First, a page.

Such methods have provided advantages, but no scheduling techniques have been described which are satisfactory to optimize profits or revenues in a storage service environment.
A first embodiment of the invention provides a method for scheduling storage access requests, which determines a request processing sequence calculated to maximize SLA-based revenues achievable from processing a number of requests. One embodiment of the invention provides a scheduler for a storage controller which implements a revenue-based scheduling function to determine a revenue-maximizing processing sequence and then assigns storage access requests to locations in a queue corresponding to the determined sequence.
In one embodiment, revenue maximization is defined as minimization of the loss of revenue resulting from processing latency for the plurality of storage access requests. If SLA-based revenues for processing storage I/O requests are dependent on the latency with which the requests are served, revenues will be reduced whenever the latency is sufficiently high. A loss of revenue for an individual request, r, that is served with latency d is defined as the difference between the revenue generated by r when served with zero latency and the revenue generated when r is served with latency d. Revenue maximization then corresponds to minimization of accumulated revenue loss (ARL) for a set of requests.
In this specification, the words ‘profit’ and ‘revenue’ are used interchangeably, and generally refer to the payments due to a service provider for their services of processing storage access requests (for example, the revenue achievable after any SLA-defined penalties have been deducted from SLA-defined rewards for processing storage access requests). In a service level agreement (SLA), revenues may be earnt according to the number of requests processed, the data type, the amount of data processed per request, and processing latency, for example. Explicit penalties may be related to latency and failures, for example, but in many cases the ‘penalty’ is merely a lower revenue. The parameters and associated revenues and penalties set out in a SLA may vary between a SSP's customers. The SLA-based revenues achievable for processing storage access requests may be defined in the SLA itself or separately.
A method according to an embodiment of the invention employs revenue-based QoS differentiation, determining a schedule for processing storage access requests to maximize the revenues earned from serving the requests. Such a method may be implemented to use any one or a plurality of different revenue functions.
One embodiment of the present invention provides a predictive scheduling method that generates a schedule using predictions of requests that will arrive in the future. Such an embodiment, and other non-predictive embodiments, may be implemented in an adaptive (or ‘online’) mode which modifies a schedule in response to the arrival of new requests. The invention may also be implemented in an off-line mode, scheduling a set of received requests to read data from or write data to a storage device or storage service.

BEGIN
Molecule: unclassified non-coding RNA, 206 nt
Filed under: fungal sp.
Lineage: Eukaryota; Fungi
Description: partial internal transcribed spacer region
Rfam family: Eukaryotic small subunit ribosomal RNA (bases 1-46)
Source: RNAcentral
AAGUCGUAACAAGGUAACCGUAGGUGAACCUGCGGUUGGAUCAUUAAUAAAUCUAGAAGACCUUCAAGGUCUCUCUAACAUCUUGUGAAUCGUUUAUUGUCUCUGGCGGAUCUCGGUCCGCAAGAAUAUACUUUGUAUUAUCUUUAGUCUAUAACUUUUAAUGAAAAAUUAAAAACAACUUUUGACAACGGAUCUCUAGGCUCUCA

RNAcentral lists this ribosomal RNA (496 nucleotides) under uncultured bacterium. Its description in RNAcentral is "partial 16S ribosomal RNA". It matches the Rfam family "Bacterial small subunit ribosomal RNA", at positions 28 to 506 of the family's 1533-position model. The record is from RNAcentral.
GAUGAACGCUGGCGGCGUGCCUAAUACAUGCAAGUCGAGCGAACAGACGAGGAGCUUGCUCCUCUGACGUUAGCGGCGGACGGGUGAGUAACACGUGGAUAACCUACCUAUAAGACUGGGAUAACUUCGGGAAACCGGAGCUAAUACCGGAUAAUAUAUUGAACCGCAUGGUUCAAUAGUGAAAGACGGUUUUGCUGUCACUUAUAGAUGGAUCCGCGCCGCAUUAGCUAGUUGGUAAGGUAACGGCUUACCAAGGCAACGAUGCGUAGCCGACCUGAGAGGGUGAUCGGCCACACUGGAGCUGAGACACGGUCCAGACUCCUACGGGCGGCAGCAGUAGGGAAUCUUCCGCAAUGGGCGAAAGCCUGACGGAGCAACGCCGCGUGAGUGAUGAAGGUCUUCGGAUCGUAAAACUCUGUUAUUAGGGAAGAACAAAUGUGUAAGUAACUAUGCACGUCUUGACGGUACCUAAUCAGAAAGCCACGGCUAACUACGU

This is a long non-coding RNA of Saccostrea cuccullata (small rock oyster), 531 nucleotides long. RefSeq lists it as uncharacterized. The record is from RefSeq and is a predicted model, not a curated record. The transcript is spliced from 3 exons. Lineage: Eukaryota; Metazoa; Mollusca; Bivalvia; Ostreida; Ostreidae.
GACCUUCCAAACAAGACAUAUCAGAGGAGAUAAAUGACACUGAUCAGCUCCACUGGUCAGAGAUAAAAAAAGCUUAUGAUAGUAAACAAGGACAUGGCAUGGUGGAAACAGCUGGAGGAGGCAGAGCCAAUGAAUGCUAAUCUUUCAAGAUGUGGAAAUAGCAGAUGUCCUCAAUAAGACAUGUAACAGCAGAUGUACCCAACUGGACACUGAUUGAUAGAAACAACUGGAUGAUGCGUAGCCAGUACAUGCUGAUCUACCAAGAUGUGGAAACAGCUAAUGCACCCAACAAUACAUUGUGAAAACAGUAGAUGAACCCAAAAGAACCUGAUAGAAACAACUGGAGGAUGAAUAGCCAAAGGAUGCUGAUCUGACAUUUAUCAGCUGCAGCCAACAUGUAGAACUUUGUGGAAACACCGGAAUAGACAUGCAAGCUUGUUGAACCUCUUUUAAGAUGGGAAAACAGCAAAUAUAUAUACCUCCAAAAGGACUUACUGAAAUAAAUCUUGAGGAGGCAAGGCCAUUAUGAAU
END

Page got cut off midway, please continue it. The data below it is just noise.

A scheduler according to one embodiment of the invention determines a revenue-optimizing schedule using a latency-dependent revenue function and each request's arrival time together with the physical location of the relevant data on the disk. The location relative to the data of previous requests is used to estimate the ‘seek time’ for moving to the correct track of a storage disk. This estimate may then be adjusted by adding an estimate of the ‘rotational delay’ for moving to the correct track sector. The scheduler may also take account of the size of each data request, to estimate the time required to process the request (‘transfer’ time).
A further embodiment of the invention provides a storage-access controller comprising a request scheduler for controlling the processing sequence of customers' storage access requests sent to a storage service provider (SSP). The request scheduler generates a schedule of storage access requests for processing by a storage system, applying a revenue function to determine the request processing sequence that will generate the highest possible revenue based on the rewards and/or penalties of the SSP's SLAs with the customers.
A classifier may be provided to analyze received requests and output classification information which is used by the scheduler to determine respective SLA-based revenues.
The controller according to one embodiment also includes a predictor that uses request-stream characteristics for generating a prediction of the storage access requests that will be received by the storage system. The predictor provides this prediction to the scheduler for use when generating the access request schedule.